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How to Gamble on Sports Betting
06/04/2018 5:00 am EST
On May 14, the U.S. Supreme Court issued a decision that struck down a 25-year old law, which was known as the PASPA (the Professional and Amateur Sports Protection Act), explains Glenn Rogers, contributing editor to Internet Wealth Builder.
That law largely outlawed sports betting anywhere in the country other than Nevada It had been challenged in the courts by several states with the lead plaintiff being New Jersey. Now the Supreme Court has had the final say and the states have won.
As a result, any State that wants to allow betting on professional and college sports is free to do so and a number of them are planning to get started right away. A racetrack in New Jersey intends to have betting windows open in two weeks. Mississippi and West Virginia are likely next, followed by New York and Illinois.
It's estimated that as many as 32 states will have legalized gambling over the next few years. Of these, 20 states have already introduced bills that would legalize sports betting.
This ruling is a big deal for the gambling industry. A number of companies saw share prices jump on the news and by the time you read this they will surely have moved higher. But this is an enormous market. Some estimates run as high as $150 billion in the illegal sports betting market that exists today.
In Nevada alone, gamblers spend $5 billion (figures in U.S. dollars) betting on football, both college and professional, along with basketball and other sports. Because this is likely to be a bonus for the states in terms of increased tax revenue, it is unlikely at this point that many will refuse the opportunity.
There's still a chance that Congress will act to establish some federal guidelines. In fact, some participants hope it will do so in order to smooth out the differences that will emerge by allowing a free for all state-by-state implementation.
However, whether Congress acts or not it is entirely likely that legalized sports gambling is now a reality. Of course, there continues to be concern that this rollout of sports gambling will lead to corruption on a massive scale and result in athletes being ensnared in various forms of gambling scandals. Be that as it may, it's going to happen and the question now is who is going to benefit and how can we profit from it.
On the other hand, Caesars Entertainment (CZR) along with MGM Resorts International (MGM) saw their shares rise. So did some of the smaller gaming companies like Penn National Gaming (PENN) and Boyd Gaming Corp. (BYD). Investors appeared to be betting that the smaller regional players would benefit the most from this ruling.
Interestingly, two of the biggest movers were technology stocks. Scientific Games Corp. (SGMS) and International Game Technology PLC (IGT), which is located in the United Kingdom, did very well. These companies provide the technology platforms that will be popular as the sports betting projects take off. Scientific Games spiked 11% on the news whereas International Game Technology was up a more modest 3.1%.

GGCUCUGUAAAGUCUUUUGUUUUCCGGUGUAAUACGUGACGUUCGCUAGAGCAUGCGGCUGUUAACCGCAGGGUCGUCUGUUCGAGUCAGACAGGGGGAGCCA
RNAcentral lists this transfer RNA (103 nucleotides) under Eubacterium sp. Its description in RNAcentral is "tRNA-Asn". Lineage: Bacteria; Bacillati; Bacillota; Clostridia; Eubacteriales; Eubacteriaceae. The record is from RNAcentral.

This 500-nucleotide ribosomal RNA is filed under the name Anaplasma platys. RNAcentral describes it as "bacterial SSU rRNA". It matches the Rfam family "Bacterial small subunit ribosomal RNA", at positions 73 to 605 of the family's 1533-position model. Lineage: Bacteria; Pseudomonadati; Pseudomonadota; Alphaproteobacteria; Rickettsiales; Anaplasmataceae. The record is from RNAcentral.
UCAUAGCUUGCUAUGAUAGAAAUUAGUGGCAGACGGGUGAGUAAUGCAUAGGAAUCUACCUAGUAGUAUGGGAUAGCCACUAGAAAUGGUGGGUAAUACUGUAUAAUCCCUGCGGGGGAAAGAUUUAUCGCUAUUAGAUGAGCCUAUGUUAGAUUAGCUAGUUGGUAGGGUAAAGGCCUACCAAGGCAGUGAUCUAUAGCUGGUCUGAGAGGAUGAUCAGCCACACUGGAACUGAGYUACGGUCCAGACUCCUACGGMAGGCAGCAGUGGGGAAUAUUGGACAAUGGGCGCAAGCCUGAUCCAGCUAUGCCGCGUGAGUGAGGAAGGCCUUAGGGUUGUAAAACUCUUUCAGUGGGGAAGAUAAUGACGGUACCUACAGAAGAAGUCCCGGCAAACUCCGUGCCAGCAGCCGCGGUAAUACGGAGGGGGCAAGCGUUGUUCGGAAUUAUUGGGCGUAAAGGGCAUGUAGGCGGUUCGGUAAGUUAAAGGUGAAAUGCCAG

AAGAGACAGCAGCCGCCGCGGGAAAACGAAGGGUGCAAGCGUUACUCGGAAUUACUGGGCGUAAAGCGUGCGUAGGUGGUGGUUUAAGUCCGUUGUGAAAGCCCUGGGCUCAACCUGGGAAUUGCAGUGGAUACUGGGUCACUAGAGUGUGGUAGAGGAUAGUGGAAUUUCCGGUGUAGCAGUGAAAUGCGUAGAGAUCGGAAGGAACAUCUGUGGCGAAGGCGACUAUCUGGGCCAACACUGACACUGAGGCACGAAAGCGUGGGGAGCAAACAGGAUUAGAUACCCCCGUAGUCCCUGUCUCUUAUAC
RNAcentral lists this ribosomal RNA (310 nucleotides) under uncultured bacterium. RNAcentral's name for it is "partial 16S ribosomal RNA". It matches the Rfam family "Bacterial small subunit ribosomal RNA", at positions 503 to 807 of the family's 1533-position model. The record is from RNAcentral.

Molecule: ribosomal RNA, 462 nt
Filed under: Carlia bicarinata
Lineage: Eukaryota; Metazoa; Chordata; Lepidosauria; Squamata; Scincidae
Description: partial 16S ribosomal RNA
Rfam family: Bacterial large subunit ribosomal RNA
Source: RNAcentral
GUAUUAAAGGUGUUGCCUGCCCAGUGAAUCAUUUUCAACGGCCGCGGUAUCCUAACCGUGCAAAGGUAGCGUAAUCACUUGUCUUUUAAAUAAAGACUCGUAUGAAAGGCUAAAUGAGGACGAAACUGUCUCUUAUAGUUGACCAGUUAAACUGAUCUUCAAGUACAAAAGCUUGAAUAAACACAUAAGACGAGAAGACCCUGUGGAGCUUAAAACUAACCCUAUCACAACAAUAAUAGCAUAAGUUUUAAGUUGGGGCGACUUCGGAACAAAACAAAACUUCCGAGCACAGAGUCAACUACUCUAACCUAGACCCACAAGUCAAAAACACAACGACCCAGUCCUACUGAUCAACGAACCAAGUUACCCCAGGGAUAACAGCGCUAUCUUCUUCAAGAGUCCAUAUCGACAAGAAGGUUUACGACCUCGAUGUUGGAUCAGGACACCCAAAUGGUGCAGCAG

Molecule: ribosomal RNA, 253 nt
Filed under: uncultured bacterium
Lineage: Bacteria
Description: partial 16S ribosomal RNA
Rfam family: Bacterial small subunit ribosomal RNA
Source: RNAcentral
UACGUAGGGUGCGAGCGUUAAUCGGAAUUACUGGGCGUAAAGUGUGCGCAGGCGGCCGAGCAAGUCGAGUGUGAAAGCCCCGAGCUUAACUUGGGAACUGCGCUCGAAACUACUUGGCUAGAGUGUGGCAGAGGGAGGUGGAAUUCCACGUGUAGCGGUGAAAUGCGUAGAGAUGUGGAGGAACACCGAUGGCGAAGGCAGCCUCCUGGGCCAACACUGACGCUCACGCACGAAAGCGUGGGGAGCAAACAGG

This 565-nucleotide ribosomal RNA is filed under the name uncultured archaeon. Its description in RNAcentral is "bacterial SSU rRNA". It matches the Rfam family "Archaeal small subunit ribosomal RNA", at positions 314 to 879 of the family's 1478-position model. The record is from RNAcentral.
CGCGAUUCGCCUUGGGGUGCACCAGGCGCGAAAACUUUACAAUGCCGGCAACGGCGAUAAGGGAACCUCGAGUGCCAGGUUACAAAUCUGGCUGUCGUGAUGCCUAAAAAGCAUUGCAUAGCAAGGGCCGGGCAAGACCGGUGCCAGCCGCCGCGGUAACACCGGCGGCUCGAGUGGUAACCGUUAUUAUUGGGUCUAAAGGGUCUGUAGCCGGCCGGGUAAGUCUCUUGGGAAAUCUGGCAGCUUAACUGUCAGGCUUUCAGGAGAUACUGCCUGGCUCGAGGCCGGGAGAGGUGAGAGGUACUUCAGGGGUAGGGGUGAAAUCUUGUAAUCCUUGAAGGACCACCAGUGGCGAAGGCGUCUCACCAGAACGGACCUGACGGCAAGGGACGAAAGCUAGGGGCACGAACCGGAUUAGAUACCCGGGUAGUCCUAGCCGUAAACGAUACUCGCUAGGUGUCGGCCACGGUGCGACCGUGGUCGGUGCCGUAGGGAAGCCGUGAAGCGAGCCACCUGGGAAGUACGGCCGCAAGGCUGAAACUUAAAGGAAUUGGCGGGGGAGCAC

These companies are interesting for different reasons. SGMS is more leveraged to the technology sector whereas IGT gives you some exposure to Europe, particularly Italy, in that they provide a number of business-to-consumer gaming products in that country.
Both companies are involved with state lottery systems, which should help them when they are proposing gaming solutions as the states begin to roll out these new programs.
Another technology stock that did very well after the announcement was Canadian-based The Stars Group Inc. (TTSG). I don't closely follow this stock, but it appears to be well positioned to benefit from this new opportunity in that it offers a number of poker sites and sports betting programs known as Sports Book, which would seem to be a natural under this new regime. It bounced up over 9% when the news was released.
The easiest way to play this whole sector is through the VanEck Gaming Vectors Gaming ETF (BJK), which holds many of the securities mentioned. Is now trading at slightly below its all-time high. The units pay an annual dividend in December (it was $1.077 in 2017).
This ETF owns 45 gaming stocks, with Galaxy Entertainment Group, Las Vegas Sands, Caesars Entertainment, and MGM Resorts among the top positions. It's an international fund, with about 42% of its assets in U.S. companies, 17.5% in China, 12.5% in Australia, and the rest widely distributed. Return for the 12 months to the end of April was almost 22%. The expense ratio is on the high side for an ETF at 0.65%.
This fund should start to see fairly strong cash inflows as the impact of this Supreme Court decision becomes well known and more investors rush to get on board. Action now: Buy VanEck Gaming for broad exposure to the gaming sector.
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